“Nocturne” is full of small ironies that make you question the meaning of Juliet’s quest for greatness, such as the many hidden meanings behind these pages she scrawls with the Roman numeral “VI.” (Amazon Studios/Nocturne)

For instance, in one trance sequence, Juliet covers multiple pages with “VI” in hastily-scrawled script, symbolizing not only her search for the missing sixth (VI) step in the invocation, but also the tonal and harmonic ambiguity of sixth chords in music theory and her nickname for her sister, Vi. Additionally, in a scene closer to the end of the film, Juliet dresses in all white for an important stage performance, which we might expect to symbolize purity or virginity—but this scene occurs after the step in the invocation known as “consummation.”

These ironies make us wonder: what is it exactly that the force desires of Juliet? We know as little as she does, but this cloudiness only emphasizes the anxiety of the eventual climax instead of confounding the plot. It produces a satisfying kind of translucent predictability, where we get the general gist of what’s coming next, but other options remain open. As such, the film refuses to take advantage of viewers’ expectations as Juliet takes each additional step along her ill-fated path. Instead, the buildup of suspense is precise yet powerful, so that you can sense it internally and still exit each intense scene feeling fulfilled rather than patronized. Our fidgety anticipation is never truly quenched until the very end.

The film truly excels at expressive shot angles and artistic lighting choices, especially when it comes to creating anxiety through chilling imagery. (Amazon Studios/Nocturne)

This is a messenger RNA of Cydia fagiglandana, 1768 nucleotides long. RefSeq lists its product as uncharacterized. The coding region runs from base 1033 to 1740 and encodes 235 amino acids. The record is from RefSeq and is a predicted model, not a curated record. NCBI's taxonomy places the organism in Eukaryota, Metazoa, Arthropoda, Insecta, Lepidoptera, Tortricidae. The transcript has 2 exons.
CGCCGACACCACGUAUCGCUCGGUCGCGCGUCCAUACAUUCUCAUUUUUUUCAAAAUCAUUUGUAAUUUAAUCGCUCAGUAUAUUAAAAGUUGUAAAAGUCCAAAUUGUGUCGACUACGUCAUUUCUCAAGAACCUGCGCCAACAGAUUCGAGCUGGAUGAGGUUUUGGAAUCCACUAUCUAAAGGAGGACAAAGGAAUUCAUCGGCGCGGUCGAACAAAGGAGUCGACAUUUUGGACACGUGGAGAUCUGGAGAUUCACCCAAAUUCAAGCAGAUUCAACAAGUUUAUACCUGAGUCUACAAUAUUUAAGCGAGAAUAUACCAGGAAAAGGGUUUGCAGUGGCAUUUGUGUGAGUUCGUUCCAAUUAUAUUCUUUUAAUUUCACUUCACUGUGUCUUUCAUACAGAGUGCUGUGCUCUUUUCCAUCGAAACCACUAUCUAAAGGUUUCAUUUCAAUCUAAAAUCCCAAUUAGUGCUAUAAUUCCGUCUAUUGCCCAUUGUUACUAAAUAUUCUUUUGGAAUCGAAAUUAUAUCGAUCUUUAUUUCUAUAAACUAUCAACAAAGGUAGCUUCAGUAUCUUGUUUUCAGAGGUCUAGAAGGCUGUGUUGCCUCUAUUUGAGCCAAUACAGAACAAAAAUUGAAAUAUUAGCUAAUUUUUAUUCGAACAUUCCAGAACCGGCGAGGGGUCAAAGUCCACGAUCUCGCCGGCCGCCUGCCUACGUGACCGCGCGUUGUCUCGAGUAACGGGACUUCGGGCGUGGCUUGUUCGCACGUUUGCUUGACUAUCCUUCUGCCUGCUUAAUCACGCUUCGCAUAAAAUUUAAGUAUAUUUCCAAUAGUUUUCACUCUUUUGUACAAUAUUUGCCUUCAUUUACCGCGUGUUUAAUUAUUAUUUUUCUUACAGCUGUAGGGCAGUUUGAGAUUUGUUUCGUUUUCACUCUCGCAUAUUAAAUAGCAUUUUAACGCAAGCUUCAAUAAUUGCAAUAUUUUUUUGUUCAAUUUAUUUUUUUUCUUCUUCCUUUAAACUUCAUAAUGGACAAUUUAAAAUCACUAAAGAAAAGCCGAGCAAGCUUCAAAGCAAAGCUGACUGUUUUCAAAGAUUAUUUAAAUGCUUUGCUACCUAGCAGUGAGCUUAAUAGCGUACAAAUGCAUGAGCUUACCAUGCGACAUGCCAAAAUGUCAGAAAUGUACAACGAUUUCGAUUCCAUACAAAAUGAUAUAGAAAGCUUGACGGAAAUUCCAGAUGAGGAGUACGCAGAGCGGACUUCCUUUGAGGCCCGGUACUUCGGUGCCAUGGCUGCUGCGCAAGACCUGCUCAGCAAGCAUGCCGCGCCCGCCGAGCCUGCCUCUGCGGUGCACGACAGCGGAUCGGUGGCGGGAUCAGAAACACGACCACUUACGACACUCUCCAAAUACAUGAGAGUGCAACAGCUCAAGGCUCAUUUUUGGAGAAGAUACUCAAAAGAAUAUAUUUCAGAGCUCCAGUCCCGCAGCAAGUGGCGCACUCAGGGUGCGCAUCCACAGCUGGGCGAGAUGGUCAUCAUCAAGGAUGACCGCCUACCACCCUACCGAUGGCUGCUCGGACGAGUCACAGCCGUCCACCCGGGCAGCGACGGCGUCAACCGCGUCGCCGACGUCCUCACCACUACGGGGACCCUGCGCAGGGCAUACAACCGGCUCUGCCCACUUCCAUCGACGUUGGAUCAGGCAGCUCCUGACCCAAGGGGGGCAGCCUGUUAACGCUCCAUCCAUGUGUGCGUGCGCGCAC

At various intervals along this path, the film creates a masterful interplay between silent scenes and musical sequences (often with the characters themselves playing the instruments) that contributes to the back-and-forth nature of Juliet’s concurrent ascent to fame and descent into madness. The colorful and dramatic lighting choices also reflect this mood, as do the many mirrors that make their way into scenes, where the camera often tilts a very particular way to convey distinct emotions or nuances. The only downside to these creative shot angles and lighting decisions is that they include demonic sun circle imagery that’s more than a little cheesy, but it’s incorporated in unexpected ways that almost overshadow the childish quality of the image.

Where “Nocturne” ultimately shines is in its wholly realistic presentation of a resentful, introspective music student down on her luck, someone who, in her own words, wants to be “more than a footnote” in the dying industry of classical music performance. Naturally, her chance encounter with a prophecy that could grant her that greatness causes her to latch onto it, in the absurd hope that she can be the one to break free of the demonic process with her soul and sanity intact.

If nothing else, Juliet’s role in “Nocturne” teaches us that music takes sacrifice. We can only wonder whether she meant it literally.

Stream “Nocturne” on Amazon Prime Video Oct. 13.